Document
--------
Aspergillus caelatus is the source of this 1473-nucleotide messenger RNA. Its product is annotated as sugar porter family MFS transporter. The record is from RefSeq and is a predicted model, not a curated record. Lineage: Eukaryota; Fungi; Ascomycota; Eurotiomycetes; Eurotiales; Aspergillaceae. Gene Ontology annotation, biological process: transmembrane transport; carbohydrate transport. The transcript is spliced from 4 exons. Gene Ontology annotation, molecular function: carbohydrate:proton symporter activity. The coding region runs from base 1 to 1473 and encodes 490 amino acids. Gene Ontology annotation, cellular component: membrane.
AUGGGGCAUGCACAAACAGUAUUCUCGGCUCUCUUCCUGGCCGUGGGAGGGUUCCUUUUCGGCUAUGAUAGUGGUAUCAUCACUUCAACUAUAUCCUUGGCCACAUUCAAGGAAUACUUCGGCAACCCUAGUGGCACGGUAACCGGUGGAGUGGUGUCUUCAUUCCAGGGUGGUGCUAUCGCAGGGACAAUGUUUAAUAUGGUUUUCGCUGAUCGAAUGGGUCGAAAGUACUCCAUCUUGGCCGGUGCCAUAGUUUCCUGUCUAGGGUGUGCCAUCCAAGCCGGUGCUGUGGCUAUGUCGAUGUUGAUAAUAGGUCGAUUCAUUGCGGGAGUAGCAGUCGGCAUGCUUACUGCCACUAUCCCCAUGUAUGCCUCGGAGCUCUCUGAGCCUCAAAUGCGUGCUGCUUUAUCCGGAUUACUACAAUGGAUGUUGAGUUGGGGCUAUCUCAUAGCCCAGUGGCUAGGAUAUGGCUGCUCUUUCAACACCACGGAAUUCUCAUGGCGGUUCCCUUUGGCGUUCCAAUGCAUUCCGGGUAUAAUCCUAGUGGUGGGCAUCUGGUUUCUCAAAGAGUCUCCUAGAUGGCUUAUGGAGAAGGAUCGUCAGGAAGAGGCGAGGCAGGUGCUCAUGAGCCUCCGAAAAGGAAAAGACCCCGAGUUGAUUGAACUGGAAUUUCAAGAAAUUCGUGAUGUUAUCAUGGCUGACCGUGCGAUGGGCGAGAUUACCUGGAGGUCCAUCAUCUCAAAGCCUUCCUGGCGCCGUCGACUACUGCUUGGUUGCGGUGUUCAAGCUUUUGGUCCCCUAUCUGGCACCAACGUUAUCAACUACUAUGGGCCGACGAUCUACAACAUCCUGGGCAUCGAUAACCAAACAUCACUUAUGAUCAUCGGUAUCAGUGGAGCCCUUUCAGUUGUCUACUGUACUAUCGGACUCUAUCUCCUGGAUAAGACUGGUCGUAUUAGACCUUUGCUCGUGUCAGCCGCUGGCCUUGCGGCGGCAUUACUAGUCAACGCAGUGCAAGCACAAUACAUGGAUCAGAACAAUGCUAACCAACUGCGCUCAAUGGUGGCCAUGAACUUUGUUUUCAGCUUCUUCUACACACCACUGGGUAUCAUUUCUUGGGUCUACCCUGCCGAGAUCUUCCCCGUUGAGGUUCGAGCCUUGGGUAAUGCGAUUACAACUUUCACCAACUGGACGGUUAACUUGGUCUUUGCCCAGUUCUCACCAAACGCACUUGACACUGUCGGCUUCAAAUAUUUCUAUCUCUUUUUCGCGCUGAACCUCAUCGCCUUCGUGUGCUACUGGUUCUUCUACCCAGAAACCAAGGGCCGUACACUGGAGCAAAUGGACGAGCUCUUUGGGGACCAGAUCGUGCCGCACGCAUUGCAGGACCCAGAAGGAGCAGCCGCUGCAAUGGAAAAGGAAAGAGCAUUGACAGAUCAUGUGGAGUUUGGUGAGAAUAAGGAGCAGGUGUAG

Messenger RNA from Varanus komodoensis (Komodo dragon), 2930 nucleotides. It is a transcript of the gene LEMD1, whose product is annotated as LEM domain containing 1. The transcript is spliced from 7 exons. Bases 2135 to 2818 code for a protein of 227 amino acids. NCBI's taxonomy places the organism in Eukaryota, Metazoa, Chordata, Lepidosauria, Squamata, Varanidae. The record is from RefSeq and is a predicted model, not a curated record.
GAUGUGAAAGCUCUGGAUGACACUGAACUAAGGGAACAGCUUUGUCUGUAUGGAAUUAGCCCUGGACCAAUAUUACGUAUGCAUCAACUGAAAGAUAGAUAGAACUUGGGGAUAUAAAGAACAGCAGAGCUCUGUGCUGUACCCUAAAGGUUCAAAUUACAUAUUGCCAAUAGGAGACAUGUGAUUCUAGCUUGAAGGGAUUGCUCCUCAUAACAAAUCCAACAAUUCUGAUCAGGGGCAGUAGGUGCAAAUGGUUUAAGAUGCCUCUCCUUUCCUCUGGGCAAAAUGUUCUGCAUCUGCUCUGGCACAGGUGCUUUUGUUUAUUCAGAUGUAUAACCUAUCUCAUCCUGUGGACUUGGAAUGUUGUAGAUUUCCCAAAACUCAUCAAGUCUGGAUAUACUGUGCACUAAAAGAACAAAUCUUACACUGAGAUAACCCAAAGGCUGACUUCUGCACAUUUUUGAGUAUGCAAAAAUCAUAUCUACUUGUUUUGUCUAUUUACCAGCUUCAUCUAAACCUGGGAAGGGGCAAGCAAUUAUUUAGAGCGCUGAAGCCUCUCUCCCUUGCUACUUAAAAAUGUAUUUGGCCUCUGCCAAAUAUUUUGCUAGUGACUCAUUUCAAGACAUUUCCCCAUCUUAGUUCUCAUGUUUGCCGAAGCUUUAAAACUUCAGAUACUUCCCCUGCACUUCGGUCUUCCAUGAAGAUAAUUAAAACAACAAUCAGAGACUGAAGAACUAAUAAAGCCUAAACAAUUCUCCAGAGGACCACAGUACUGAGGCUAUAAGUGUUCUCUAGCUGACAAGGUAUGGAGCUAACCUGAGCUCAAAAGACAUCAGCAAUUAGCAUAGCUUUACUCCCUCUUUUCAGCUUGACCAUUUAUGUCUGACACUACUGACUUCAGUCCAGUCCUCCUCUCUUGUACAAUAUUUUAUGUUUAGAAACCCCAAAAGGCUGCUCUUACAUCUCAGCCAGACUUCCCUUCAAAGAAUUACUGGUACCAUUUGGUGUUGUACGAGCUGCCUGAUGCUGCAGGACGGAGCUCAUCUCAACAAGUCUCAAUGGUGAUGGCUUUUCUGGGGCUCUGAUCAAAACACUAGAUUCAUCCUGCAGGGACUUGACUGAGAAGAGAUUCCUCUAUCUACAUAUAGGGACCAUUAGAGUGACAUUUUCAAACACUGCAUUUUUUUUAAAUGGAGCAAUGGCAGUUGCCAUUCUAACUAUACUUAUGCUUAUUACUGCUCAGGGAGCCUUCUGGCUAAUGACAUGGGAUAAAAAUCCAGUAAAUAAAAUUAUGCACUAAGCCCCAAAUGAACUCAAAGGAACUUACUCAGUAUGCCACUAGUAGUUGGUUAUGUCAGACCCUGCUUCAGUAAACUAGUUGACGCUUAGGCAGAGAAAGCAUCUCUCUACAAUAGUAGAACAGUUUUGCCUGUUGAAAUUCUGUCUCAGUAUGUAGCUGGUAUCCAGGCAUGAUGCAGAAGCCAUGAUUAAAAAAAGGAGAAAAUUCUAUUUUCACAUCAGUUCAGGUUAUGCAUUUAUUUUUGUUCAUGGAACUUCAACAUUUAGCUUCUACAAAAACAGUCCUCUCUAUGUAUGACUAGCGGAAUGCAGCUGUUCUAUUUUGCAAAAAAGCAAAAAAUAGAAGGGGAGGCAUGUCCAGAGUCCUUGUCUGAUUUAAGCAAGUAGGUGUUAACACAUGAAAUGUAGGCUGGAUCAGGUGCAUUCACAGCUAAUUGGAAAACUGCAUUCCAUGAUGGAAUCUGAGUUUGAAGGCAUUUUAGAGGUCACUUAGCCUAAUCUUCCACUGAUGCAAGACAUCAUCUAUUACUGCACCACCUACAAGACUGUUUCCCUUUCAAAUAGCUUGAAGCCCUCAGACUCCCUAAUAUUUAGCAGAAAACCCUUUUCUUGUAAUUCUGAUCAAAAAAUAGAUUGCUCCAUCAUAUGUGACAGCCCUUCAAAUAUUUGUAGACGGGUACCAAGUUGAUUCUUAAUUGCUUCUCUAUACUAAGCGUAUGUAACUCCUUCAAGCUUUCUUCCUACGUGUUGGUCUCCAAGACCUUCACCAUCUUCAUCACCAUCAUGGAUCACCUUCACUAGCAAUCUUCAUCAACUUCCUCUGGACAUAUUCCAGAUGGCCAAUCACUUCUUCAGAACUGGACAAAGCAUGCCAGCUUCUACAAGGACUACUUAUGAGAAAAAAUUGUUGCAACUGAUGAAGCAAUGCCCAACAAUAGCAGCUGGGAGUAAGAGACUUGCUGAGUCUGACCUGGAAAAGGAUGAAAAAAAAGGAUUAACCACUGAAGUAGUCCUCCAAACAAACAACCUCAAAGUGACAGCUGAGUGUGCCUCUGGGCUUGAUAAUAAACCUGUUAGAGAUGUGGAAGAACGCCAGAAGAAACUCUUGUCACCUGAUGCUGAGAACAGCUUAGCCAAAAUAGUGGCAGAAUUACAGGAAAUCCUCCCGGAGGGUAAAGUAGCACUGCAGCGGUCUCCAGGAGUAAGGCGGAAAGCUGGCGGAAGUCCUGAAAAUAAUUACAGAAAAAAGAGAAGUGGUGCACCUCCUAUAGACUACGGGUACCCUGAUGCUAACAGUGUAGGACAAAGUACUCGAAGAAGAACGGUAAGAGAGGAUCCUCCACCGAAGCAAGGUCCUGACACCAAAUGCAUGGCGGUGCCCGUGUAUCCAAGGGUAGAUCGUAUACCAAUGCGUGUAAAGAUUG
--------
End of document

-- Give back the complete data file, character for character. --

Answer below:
Aspergillus caelatus is the source of this 1473-nucleotide messenger RNA. Its product is annotated as sugar porter family MFS transporter. The record is from RefSeq and is a predicted model, not a curated record. Lineage: Eukaryota; Fungi; Ascomycota; Eurotiomycetes; Eurotiales; Aspergillaceae. Gene Ontology annotation, biological process: transmembrane transport; carbohydrate transport. The transcript is spliced from 4 exons. Gene Ontology annotation, molecular function: carbohydrate:proton symporter activity. The coding region runs from base 1 to 1473 and encodes 490 amino acids. Gene Ontology annotation, cellular component: membrane.
AUGGGGCAUGCACAAACAGUAUUCUCGGCUCUCUUCCUGGCCGUGGGAGGGUUCCUUUUCGGCUAUGAUAGUGGUAUCAUCACUUCAACUAUAUCCUUGGCCACAUUCAAGGAAUACUUCGGCAACCCUAGUGGCACGGUAACCGGUGGAGUGGUGUCUUCAUUCCAGGGUGGUGCUAUCGCAGGGACAAUGUUUAAUAUGGUUUUCGCUGAUCGAAUGGGUCGAAAGUACUCCAUCUUGGCCGGUGCCAUAGUUUCCUGUCUAGGGUGUGCCAUCCAAGCCGGUGCUGUGGCUAUGUCGAUGUUGAUAAUAGGUCGAUUCAUUGCGGGAGUAGCAGUCGGCAUGCUUACUGCCACUAUCCCCAUGUAUGCCUCGGAGCUCUCUGAGCCUCAAAUGCGUGCUGCUUUAUCCGGAUUACUACAAUGGAUGUUGAGUUGGGGCUAUCUCAUAGCCCAGUGGCUAGGAUAUGGCUGCUCUUUCAACACCACGGAAUUCUCAUGGCGGUUCCCUUUGGCGUUCCAAUGCAUUCCGGGUAUAAUCCUAGUGGUGGGCAUCUGGUUUCUCAAAGAGUCUCCUAGAUGGCUUAUGGAGAAGGAUCGUCAGGAAGAGGCGAGGCAGGUGCUCAUGAGCCUCCGAAAAGGAAAAGACCCCGAGUUGAUUGAACUGGAAUUUCAAGAAAUUCGUGAUGUUAUCAUGGCUGACCGUGCGAUGGGCGAGAUUACCUGGAGGUCCAUCAUCUCAAAGCCUUCCUGGCGCCGUCGACUACUGCUUGGUUGCGGUGUUCAAGCUUUUGGUCCCCUAUCUGGCACCAACGUUAUCAACUACUAUGGGCCGACGAUCUACAACAUCCUGGGCAUCGAUAACCAAACAUCACUUAUGAUCAUCGGUAUCAGUGGAGCCCUUUCAGUUGUCUACUGUACUAUCGGACUCUAUCUCCUGGAUAAGACUGGUCGUAUUAGACCUUUGCUCGUGUCAGCCGCUGGCCUUGCGGCGGCAUUACUAGUCAACGCAGUGCAAGCACAAUACAUGGAUCAGAACAAUGCUAACCAACUGCGCUCAAUGGUGGCCAUGAACUUUGUUUUCAGCUUCUUCUACACACCACUGGGUAUCAUUUCUUGGGUCUACCCUGCCGAGAUCUUCCCCGUUGAGGUUCGAGCCUUGGGUAAUGCGAUUACAACUUUCACCAACUGGACGGUUAACUUGGUCUUUGCCCAGUUCUCACCAAACGCACUUGACACUGUCGGCUUCAAAUAUUUCUAUCUCUUUUUCGCGCUGAACCUCAUCGCCUUCGUGUGCUACUGGUUCUUCUACCCAGAAACCAAGGGCCGUACACUGGAGCAAAUGGACGAGCUCUUUGGGGACCAGAUCGUGCCGCACGCAUUGCAGGACCCAGAAGGAGCAGCCGCUGCAAUGGAAAAGGAAAGAGCAUUGACAGAUCAUGUGGAGUUUGGUGAGAAUAAGGAGCAGGUGUAG

Messenger RNA from Varanus komodoensis (Komodo dragon), 2930 nucleotides. It is a transcript of the gene LEMD1, whose product is annotated as LEM domain containing 1. The transcript is spliced from 7 exons. Bases 2135 to 2818 code for a protein of 227 amino acids. NCBI's taxonomy places the organism in Eukaryota, Metazoa, Chordata, Lepidosauria, Squamata, Varanidae. The record is from RefSeq and is a predicted model, not a curated record.
GAUGUGAAAGCUCUGGAUGACACUGAACUAAGGGAACAGCUUUGUCUGUAUGGAAUUAGCCCUGGACCAAUAUUACGUAUGCAUCAACUGAAAGAUAGAUAGAACUUGGGGAUAUAAAGAACAGCAGAGCUCUGUGCUGUACCCUAAAGGUUCAAAUUACAUAUUGCCAAUAGGAGACAUGUGAUUCUAGCUUGAAGGGAUUGCUCCUCAUAACAAAUCCAACAAUUCUGAUCAGGGGCAGUAGGUGCAAAUGGUUUAAGAUGCCUCUCCUUUCCUCUGGGCAAAAUGUUCUGCAUCUGCUCUGGCACAGGUGCUUUUGUUUAUUCAGAUGUAUAACCUAUCUCAUCCUGUGGACUUGGAAUGUUGUAGAUUUCCCAAAACUCAUCAAGUCUGGAUAUACUGUGCACUAAAAGAACAAAUCUUACACUGAGAUAACCCAAAGGCUGACUUCUGCACAUUUUUGAGUAUGCAAAAAUCAUAUCUACUUGUUUUGUCUAUUUACCAGCUUCAUCUAAACCUGGGAAGGGGCAAGCAAUUAUUUAGAGCGCUGAAGCCUCUCUCCCUUGCUACUUAAAAAUGUAUUUGGCCUCUGCCAAAUAUUUUGCUAGUGACUCAUUUCAAGACAUUUCCCCAUCUUAGUUCUCAUGUUUGCCGAAGCUUUAAAACUUCAGAUACUUCCCCUGCACUUCGGUCUUCCAUGAAGAUAAUUAAAACAACAAUCAGAGACUGAAGAACUAAUAAAGCCUAAACAAUUCUCCAGAGGACCACAGUACUGAGGCUAUAAGUGUUCUCUAGCUGACAAGGUAUGGAGCUAACCUGAGCUCAAAAGACAUCAGCAAUUAGCAUAGCUUUACUCCCUCUUUUCAGCUUGACCAUUUAUGUCUGACACUACUGACUUCAGUCCAGUCCUCCUCUCUUGUACAAUAUUUUAUGUUUAGAAACCCCAAAAGGCUGCUCUUACAUCUCAGCCAGACUUCCCUUCAAAGAAUUACUGGUACCAUUUGGUGUUGUACGAGCUGCCUGAUGCUGCAGGACGGAGCUCAUCUCAACAAGUCUCAAUGGUGAUGGCUUUUCUGGGGCUCUGAUCAAAACACUAGAUUCAUCCUGCAGGGACUUGACUGAGAAGAGAUUCCUCUAUCUACAUAUAGGGACCAUUAGAGUGACAUUUUCAAACACUGCAUUUUUUUUAAAUGGAGCAAUGGCAGUUGCCAUUCUAACUAUACUUAUGCUUAUUACUGCUCAGGGAGCCUUCUGGCUAAUGACAUGGGAUAAAAAUCCAGUAAAUAAAAUUAUGCACUAAGCCCCAAAUGAACUCAAAGGAACUUACUCAGUAUGCCACUAGUAGUUGGUUAUGUCAGACCCUGCUUCAGUAAACUAGUUGACGCUUAGGCAGAGAAAGCAUCUCUCUACAAUAGUAGAACAGUUUUGCCUGUUGAAAUUCUGUCUCAGUAUGUAGCUGGUAUCCAGGCAUGAUGCAGAAGCCAUGAUUAAAAAAAGGAGAAAAUUCUAUUUUCACAUCAGUUCAGGUUAUGCAUUUAUUUUUGUUCAUGGAACUUCAACAUUUAGCUUCUACAAAAACAGUCCUCUCUAUGUAUGACUAGCGGAAUGCAGCUGUUCUAUUUUGCAAAAAAGCAAAAAAUAGAAGGGGAGGCAUGUCCAGAGUCCUUGUCUGAUUUAAGCAAGUAGGUGUUAACACAUGAAAUGUAGGCUGGAUCAGGUGCAUUCACAGCUAAUUGGAAAACUGCAUUCCAUGAUGGAAUCUGAGUUUGAAGGCAUUUUAGAGGUCACUUAGCCUAAUCUUCCACUGAUGCAAGACAUCAUCUAUUACUGCACCACCUACAAGACUGUUUCCCUUUCAAAUAGCUUGAAGCCCUCAGACUCCCUAAUAUUUAGCAGAAAACCCUUUUCUUGUAAUUCUGAUCAAAAAAUAGAUUGCUCCAUCAUAUGUGACAGCCCUUCAAAUAUUUGUAGACGGGUACCAAGUUGAUUCUUAAUUGCUUCUCUAUACUAAGCGUAUGUAACUCCUUCAAGCUUUCUUCCUACGUGUUGGUCUCCAAGACCUUCACCAUCUUCAUCACCAUCAUGGAUCACCUUCACUAGCAAUCUUCAUCAACUUCCUCUGGACAUAUUCCAGAUGGCCAAUCACUUCUUCAGAACUGGACAAAGCAUGCCAGCUUCUACAAGGACUACUUAUGAGAAAAAAUUGUUGCAACUGAUGAAGCAAUGCCCAACAAUAGCAGCUGGGAGUAAGAGACUUGCUGAGUCUGACCUGGAAAAGGAUGAAAAAAAAGGAUUAACCACUGAAGUAGUCCUCCAAACAAACAACCUCAAAGUGACAGCUGAGUGUGCCUCUGGGCUUGAUAAUAAACCUGUUAGAGAUGUGGAAGAACGCCAGAAGAAACUCUUGUCACCUGAUGCUGAGAACAGCUUAGCCAAAAUAGUGGCAGAAUUACAGGAAAUCCUCCCGGAGGGUAAAGUAGCACUGCAGCGGUCUCCAGGAGUAAGGCGGAAAGCUGGCGGAAGUCCUGAAAAUAAUUACAGAAAAAAGAGAAGUGGUGCACCUCCUAUAGACUACGGGUACCCUGAUGCUAACAGUGUAGGACAAAGUACUCGAAGAAGAACGGUAAGAGAGGAUCCUCCACCGAAGCAAGGUCCUGACACCAAAUGCAUGGCGGUGCCCGUGUAUCCAAGGGUAGAUCGUAUACCAAUGCGUGUAAAGAUUG